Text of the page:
ALLAN Moffat is one of the true greats of Australian motor racing, and indeed Australian sport.
The Canadian-born Moffat was the nation’s first true professional driver. His determination and dedication are key to his legend.
But so too are the cars he drove. Headlined by a succession of fast Fords in the 1970s, this celebration of Moffat cars includes four other marques too…
NOW IN STOCK: Allan Moffat’s autobiography, Climbing the Mountain
Ford Falcon XY GT-HO Phase III
Moffat made his Bathurst debut in an XW GT-HO in 1969 and scored his first Great Race win a year later aboard a Phase II version of that model.
But it’s the XY GT-HO Phase III that we’ve chosen here. He won the 1971 Hardie-Ferodo 500 aboard this Series Production version and scored the 1973 ATCC crown with its Group C successor.
Ford Mustang Boss 302
It may not have won an ATCC title, but many rank this Coca-Cola backed Mustang as the most iconic Moffat car of all.
One of only seven examples built by Kar Kraft in the USA, it famously won 101 of its 151 race starts, including seven ATCC races between 1970 and ’72.
Read more: The Moffat Mustang’s other pilot
Ford Falcon XA
This was the first in a line of iconic Falcon hardtops and the last to tackle the Great Race under the official Ford Motor Company factory banner.
It was driven to victory by Allan Moffat and Ian Geoghegan in the 1973 Hardie-Ferodo 1000, avenging Moffat and Ford’s defeat to Peter Brock and Holden from the previous year.
Ford Capri RS3100
Just as he’d done with the Boss 302 Mustang, Moffat used his international connections to secure this special ex-European Touring Car Championship ‘Cologne’ V6 Capri.
Moffat raced the car in Sports Sedan competition throughout 1975. He also drove it in two rounds of the inaugural Australian Sports Sedan Championship in 1976, playing a role in his eventual title victory.
Ford Falcon XC GS500
A one-two form finish with Moffat Ford Dealers teammate Colin Bond in 1977 made this Falcon the most famous of Moffat’s four Bathurst winners.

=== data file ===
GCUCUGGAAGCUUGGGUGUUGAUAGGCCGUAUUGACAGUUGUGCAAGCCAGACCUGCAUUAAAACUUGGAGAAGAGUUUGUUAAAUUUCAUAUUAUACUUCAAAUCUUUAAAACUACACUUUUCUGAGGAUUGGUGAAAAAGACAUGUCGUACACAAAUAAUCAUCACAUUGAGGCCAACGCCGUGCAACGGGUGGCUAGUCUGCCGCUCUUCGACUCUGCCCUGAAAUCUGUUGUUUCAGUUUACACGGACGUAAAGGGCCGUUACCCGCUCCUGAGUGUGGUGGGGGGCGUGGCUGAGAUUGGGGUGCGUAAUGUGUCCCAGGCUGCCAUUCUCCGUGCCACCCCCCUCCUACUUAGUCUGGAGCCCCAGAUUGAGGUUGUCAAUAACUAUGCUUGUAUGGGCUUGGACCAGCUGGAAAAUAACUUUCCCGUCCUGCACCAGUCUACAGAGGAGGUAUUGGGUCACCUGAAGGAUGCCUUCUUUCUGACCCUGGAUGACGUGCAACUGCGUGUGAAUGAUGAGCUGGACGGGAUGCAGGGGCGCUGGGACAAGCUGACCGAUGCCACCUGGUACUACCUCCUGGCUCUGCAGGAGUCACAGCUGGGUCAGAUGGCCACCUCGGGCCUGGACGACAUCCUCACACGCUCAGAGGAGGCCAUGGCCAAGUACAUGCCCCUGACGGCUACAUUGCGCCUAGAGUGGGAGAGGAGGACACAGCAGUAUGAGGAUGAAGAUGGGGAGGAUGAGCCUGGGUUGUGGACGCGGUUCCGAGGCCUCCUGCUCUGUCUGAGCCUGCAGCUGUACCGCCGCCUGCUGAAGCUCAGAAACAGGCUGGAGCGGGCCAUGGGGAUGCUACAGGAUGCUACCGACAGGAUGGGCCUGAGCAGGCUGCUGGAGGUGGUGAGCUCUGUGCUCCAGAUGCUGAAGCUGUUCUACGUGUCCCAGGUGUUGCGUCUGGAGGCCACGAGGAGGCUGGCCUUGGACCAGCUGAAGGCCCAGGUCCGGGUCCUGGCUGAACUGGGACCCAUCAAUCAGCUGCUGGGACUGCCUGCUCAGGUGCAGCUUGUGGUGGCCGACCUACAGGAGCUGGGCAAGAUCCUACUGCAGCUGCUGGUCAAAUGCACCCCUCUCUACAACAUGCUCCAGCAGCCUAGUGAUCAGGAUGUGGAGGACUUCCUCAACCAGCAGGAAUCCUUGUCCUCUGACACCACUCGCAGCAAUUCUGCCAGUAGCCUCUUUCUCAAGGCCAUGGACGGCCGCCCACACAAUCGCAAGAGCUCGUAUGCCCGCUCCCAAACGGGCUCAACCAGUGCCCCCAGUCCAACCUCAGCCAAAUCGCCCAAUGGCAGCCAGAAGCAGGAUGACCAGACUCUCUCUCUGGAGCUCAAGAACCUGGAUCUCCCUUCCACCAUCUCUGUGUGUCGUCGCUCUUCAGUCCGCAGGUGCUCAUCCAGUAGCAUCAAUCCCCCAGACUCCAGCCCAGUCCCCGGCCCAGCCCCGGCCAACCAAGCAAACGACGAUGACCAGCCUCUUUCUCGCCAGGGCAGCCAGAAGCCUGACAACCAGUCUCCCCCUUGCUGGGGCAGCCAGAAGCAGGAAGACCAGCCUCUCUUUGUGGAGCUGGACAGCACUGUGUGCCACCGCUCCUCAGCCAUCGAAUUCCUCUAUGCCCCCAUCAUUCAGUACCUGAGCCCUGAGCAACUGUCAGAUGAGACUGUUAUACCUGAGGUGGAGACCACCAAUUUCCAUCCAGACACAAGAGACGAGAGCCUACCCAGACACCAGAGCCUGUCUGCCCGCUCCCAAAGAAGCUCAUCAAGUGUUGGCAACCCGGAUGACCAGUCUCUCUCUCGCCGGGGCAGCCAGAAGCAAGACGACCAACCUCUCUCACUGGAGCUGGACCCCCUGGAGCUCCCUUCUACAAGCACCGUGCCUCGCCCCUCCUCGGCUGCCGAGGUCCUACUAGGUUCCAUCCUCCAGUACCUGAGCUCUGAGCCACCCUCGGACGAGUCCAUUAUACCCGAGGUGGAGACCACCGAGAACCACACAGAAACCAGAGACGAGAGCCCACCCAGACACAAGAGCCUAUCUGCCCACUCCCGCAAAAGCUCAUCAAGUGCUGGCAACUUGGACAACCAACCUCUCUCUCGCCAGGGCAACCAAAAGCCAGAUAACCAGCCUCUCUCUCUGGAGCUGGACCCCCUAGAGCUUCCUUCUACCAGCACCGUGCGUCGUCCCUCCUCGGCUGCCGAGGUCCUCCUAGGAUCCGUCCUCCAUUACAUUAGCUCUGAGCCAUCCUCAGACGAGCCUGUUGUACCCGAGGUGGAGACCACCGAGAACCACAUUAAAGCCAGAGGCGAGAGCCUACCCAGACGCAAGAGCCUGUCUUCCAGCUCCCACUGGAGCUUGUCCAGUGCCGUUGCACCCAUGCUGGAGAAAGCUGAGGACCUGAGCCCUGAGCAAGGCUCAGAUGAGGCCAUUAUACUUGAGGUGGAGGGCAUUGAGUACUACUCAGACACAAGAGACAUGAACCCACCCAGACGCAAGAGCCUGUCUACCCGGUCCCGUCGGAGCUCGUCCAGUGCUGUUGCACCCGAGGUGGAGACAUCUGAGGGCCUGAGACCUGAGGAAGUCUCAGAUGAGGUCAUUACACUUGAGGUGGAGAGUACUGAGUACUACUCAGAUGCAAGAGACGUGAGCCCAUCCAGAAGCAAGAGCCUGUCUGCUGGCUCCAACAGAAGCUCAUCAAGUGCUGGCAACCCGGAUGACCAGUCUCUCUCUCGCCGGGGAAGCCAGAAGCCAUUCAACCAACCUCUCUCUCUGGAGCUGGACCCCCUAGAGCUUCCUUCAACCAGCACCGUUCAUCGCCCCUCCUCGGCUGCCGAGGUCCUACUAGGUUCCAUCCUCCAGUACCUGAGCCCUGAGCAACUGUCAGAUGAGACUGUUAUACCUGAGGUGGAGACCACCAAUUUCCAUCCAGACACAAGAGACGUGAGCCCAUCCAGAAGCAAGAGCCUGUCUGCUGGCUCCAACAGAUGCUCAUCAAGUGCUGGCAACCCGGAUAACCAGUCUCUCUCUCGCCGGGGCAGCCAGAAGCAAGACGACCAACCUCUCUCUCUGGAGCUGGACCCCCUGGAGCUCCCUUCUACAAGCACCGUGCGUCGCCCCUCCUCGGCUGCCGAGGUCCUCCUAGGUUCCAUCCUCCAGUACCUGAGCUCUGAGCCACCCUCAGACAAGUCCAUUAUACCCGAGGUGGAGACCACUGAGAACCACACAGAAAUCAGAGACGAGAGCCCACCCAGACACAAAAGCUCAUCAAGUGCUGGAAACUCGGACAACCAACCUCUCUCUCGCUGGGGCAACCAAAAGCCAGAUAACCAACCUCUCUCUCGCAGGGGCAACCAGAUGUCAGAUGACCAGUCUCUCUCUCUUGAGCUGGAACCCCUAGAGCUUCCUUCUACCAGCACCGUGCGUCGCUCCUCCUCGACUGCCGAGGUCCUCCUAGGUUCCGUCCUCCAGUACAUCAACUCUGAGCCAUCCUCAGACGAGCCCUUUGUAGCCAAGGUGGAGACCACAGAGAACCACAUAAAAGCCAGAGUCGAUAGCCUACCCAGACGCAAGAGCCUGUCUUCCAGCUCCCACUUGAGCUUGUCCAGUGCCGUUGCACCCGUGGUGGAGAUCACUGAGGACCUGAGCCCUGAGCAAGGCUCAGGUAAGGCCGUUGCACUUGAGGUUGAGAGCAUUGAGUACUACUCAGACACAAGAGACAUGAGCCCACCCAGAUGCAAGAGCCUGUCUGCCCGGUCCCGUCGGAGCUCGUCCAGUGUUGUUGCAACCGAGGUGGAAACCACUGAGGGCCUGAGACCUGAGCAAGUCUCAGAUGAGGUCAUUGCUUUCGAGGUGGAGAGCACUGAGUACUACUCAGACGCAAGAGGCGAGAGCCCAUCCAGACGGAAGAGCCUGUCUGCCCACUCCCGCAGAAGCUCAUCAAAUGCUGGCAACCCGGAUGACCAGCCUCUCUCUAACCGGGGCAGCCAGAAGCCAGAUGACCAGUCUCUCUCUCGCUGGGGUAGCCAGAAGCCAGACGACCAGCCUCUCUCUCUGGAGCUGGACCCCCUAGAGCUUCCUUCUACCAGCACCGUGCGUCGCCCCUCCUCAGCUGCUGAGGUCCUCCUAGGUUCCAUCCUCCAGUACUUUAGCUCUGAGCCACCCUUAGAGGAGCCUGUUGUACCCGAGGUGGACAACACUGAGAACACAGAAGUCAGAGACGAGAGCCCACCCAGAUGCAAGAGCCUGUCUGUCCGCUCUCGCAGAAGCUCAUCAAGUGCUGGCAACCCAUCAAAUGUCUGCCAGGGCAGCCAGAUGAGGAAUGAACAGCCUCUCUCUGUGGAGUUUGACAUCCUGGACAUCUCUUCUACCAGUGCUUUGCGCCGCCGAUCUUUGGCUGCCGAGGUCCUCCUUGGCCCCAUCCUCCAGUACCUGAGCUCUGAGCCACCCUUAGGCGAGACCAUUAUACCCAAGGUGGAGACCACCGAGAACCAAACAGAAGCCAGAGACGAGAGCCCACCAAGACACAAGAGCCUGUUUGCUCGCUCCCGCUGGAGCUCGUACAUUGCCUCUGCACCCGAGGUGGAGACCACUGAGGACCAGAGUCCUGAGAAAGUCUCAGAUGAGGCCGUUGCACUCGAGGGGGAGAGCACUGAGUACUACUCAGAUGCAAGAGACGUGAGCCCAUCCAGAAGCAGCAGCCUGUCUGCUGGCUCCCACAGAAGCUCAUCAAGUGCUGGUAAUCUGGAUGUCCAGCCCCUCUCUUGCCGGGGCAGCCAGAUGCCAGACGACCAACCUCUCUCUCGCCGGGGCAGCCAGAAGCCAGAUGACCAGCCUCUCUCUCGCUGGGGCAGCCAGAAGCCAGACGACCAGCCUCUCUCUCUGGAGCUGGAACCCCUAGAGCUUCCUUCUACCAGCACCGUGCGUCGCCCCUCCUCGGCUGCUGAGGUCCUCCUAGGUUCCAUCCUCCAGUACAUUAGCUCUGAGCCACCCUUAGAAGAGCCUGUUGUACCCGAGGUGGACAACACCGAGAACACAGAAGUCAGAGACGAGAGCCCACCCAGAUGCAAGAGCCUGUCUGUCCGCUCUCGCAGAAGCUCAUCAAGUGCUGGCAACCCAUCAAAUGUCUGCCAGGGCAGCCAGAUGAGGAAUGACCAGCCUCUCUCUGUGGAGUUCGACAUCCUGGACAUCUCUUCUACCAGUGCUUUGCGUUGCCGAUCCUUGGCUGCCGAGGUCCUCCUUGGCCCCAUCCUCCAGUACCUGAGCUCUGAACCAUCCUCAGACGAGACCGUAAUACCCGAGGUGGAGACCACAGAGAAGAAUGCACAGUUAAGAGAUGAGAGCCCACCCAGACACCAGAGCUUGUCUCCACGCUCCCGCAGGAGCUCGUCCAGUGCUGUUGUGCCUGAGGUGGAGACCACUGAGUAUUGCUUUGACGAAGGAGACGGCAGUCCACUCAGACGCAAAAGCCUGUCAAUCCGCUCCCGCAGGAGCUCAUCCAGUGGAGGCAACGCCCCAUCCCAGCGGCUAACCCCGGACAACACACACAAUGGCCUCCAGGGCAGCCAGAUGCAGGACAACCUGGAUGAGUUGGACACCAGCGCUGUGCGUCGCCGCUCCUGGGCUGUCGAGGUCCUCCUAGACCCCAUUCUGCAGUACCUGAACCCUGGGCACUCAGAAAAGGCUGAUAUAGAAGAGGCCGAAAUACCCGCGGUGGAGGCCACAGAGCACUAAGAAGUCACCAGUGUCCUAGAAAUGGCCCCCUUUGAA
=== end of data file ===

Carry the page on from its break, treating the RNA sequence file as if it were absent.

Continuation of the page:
The XC model was introduced midway through that year and also clinched Moffat his second straight ATCC crown amid a dominant period for the Blue Oval.
Built by DeKon Engineering in Detroit, Moffat drove both this car and the Capri on his way to victory in the 1976 Australian Sports Sedan Championship.
It then sat idle for the next two seasons due to Moffat’s new touring car deal with Ford, and then completed a handful more races in Moffat’s hands during 1979 and ’80 before being sold off.
Porsche 934 Turbo
Although not the brand most closely associated with Moffat’s career, he drove various examples of Germany’s finest both in Australia and overseas, including at Le Mans.
Moffat drove this Alan Hamilton-owned Porsche to win the 1980 Australian Sports Car Championship, taking victory in three of the five races along the way.
Peter Stuyvesant Mazda RX-7
Yet another car that caused a considerable stir in its day, Moffat’s factory-backed Mazda RX7 program netted him a fourth and final ATCC title in ’83.
The debate of its merits as a touring car were as loud as its controversial rotary engine. Although able to hold its own in the sprint races around the country, it could not live with its V8 rivals at Bathurst.
Rothmans Holden Commodore VL
Built by the Holden Dealer Team for Peter Brock to drive in 1987, this car was sold to a third-party acting for Moffat when the HDT hit financial trouble amid its split with Holden.
Moffat and John Harvey quit their HDT roles and combined in this car to win the inaugural World Touring Car Championship race at Monza. It also finished fourth in the Spa 24 Hours.
ANZ Ford Sierra RS500
After the end of Group C killed his Mazda program, Moffat returned in 1987 with the first in a series of Rudi Eggenberger-built Ford Sierras that a year later almost netted him a fifth Bathurst 1000 win.
In his final Great Race, the car he co-drove was in control until it overheated during a long Safety Car period. Moffat’s Sierra highlight was victory in his last race, the 1989 Fuji 500, held two days after his 50th birthday.